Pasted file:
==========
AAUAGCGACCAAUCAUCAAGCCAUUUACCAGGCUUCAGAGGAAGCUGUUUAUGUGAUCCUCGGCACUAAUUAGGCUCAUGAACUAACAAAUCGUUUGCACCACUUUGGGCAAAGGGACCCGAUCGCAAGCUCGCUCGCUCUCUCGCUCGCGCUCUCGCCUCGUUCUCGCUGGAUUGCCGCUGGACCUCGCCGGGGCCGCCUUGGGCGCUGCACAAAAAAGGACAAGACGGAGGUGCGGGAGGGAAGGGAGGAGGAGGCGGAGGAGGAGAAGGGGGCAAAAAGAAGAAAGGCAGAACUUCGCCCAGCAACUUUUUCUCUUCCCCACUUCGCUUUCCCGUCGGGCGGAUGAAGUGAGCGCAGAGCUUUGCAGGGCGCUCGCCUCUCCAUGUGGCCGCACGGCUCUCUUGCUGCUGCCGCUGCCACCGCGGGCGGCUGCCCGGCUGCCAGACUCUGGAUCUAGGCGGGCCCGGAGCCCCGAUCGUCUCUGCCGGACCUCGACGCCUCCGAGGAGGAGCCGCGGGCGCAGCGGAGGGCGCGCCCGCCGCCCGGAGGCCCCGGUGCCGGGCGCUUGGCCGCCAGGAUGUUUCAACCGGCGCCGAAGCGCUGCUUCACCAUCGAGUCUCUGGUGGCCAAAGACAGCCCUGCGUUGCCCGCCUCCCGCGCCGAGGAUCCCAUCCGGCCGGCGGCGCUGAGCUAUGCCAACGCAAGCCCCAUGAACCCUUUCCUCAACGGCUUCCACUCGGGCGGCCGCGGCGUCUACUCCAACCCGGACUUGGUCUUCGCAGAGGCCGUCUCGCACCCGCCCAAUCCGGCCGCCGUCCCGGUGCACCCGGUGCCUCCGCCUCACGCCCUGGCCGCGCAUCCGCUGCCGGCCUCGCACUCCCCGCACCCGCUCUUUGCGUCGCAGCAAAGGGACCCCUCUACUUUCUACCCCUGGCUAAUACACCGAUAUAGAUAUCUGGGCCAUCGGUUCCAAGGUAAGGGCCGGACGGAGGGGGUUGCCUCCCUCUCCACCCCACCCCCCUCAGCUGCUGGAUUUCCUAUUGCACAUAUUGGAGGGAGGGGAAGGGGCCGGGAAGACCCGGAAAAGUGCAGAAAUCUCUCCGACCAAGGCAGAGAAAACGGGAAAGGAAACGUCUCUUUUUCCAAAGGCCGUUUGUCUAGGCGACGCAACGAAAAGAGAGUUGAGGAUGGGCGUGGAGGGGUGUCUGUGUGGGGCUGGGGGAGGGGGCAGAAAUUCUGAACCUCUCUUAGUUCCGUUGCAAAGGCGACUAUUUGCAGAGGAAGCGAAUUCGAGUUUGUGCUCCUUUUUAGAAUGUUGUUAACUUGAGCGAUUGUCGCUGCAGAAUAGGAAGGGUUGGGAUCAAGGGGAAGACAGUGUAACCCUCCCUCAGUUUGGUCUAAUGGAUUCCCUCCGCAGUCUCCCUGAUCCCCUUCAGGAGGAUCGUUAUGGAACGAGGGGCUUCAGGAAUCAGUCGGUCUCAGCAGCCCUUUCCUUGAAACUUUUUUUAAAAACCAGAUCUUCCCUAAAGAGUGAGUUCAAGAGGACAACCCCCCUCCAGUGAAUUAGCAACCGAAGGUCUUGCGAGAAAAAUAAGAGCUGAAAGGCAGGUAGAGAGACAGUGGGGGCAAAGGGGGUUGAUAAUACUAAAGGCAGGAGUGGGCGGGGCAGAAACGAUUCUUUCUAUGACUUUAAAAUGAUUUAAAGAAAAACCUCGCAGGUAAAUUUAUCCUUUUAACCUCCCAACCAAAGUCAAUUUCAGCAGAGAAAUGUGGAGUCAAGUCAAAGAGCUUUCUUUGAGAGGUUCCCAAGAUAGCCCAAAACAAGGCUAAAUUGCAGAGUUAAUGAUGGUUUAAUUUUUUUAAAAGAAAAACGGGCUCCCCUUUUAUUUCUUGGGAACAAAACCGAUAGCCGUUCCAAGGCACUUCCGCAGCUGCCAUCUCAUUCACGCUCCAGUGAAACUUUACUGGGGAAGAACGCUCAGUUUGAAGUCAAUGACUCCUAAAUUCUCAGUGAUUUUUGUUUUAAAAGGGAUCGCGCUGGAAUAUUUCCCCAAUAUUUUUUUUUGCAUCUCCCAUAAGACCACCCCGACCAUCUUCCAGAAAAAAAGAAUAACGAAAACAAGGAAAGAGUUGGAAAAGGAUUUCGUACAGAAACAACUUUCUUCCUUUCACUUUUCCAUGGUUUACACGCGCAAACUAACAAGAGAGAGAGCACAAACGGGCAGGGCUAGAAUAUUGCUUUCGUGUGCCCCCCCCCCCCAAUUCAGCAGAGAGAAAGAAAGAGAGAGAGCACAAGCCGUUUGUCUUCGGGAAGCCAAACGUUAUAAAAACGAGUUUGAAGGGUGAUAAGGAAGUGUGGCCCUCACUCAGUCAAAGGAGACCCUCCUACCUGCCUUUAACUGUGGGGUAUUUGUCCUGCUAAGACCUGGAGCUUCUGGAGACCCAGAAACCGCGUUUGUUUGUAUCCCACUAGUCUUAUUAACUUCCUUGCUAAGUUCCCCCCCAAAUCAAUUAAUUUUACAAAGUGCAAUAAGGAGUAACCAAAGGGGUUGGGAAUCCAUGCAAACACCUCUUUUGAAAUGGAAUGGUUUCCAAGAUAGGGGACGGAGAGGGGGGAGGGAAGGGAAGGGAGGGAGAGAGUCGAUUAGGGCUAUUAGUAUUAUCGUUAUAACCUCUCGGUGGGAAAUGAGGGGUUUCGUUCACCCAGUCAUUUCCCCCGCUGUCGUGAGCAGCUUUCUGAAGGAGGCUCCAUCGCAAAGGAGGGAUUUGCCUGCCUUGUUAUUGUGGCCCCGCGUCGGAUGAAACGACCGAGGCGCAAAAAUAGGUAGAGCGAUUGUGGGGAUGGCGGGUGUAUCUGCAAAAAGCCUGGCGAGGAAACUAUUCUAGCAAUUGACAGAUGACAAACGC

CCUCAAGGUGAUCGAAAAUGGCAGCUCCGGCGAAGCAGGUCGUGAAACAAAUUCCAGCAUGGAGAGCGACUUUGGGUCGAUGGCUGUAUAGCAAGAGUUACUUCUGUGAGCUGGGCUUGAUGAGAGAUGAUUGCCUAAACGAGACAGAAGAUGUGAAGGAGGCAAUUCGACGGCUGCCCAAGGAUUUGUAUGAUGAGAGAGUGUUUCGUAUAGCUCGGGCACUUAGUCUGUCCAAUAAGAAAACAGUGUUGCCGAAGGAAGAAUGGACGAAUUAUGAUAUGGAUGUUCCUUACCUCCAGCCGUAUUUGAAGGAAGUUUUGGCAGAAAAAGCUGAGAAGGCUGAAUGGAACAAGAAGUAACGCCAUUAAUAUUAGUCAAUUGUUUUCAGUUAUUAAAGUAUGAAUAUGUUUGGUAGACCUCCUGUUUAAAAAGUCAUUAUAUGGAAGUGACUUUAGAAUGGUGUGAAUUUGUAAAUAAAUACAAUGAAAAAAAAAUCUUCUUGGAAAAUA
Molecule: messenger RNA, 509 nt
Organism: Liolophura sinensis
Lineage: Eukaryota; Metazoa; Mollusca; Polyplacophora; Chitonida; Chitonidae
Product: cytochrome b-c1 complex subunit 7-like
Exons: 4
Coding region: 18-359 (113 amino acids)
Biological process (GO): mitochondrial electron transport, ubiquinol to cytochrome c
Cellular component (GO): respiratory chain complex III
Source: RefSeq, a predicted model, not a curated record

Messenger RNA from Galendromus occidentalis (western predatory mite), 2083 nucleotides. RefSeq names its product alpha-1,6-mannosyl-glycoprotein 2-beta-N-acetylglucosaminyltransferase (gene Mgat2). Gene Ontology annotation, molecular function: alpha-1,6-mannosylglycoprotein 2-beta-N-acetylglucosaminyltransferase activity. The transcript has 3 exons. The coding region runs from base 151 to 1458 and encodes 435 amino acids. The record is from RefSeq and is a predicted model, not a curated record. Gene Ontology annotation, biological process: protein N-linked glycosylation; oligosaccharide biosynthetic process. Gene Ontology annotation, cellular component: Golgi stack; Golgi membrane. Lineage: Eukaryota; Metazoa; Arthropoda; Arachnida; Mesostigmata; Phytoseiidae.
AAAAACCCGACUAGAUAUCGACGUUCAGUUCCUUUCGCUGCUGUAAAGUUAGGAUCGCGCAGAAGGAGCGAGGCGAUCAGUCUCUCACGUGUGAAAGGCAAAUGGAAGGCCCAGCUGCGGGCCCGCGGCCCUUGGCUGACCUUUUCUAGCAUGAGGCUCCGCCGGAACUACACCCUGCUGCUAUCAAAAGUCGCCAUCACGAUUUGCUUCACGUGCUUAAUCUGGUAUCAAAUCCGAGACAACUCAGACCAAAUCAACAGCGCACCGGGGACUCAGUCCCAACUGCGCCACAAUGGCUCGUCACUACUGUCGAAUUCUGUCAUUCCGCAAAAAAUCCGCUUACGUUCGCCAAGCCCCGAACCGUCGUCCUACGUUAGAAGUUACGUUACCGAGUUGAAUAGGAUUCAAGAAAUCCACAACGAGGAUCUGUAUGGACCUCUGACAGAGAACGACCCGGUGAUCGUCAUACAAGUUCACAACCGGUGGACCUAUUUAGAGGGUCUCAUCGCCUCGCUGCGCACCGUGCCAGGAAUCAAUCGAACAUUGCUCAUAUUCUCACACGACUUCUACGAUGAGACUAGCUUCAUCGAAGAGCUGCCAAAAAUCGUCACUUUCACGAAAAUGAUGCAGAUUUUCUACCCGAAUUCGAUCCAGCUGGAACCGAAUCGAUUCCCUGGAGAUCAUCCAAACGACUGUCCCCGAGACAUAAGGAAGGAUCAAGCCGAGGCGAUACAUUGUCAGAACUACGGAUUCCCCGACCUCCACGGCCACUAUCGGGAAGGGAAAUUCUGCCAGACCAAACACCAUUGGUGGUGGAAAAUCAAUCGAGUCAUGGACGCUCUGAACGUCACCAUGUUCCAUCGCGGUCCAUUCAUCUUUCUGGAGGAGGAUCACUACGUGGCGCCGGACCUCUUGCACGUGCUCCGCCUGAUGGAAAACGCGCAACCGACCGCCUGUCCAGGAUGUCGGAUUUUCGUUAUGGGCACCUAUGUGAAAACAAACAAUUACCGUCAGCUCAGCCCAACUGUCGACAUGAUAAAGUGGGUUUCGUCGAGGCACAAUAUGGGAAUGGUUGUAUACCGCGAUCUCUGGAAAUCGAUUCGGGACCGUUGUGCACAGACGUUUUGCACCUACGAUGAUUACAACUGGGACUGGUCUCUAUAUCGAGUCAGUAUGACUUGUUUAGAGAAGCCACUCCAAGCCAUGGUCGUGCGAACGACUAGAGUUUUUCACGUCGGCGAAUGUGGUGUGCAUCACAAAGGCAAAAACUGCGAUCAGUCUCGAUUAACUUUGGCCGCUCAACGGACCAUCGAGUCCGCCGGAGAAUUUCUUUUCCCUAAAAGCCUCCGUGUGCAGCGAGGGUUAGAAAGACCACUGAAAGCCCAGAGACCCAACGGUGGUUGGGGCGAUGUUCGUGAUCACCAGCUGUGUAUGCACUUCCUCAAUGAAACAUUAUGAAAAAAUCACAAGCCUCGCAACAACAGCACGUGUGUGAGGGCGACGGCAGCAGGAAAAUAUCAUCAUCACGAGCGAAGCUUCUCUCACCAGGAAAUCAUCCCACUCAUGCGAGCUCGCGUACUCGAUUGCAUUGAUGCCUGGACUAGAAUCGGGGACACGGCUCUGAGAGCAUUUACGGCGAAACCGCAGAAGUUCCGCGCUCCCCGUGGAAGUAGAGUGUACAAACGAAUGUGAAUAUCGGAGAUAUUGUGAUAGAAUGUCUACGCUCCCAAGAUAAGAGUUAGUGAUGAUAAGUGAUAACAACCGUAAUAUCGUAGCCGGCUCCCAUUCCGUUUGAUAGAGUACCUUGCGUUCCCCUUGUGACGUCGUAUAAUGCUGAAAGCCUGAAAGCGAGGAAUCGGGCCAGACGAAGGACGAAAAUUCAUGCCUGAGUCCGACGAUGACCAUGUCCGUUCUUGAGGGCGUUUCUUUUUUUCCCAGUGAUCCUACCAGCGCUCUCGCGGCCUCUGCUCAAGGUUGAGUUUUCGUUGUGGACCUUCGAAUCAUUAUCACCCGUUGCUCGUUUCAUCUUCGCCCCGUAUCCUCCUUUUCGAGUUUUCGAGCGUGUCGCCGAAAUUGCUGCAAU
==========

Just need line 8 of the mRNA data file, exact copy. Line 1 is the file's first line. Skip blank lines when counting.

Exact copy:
Coding region: 18-359 (113 amino acids)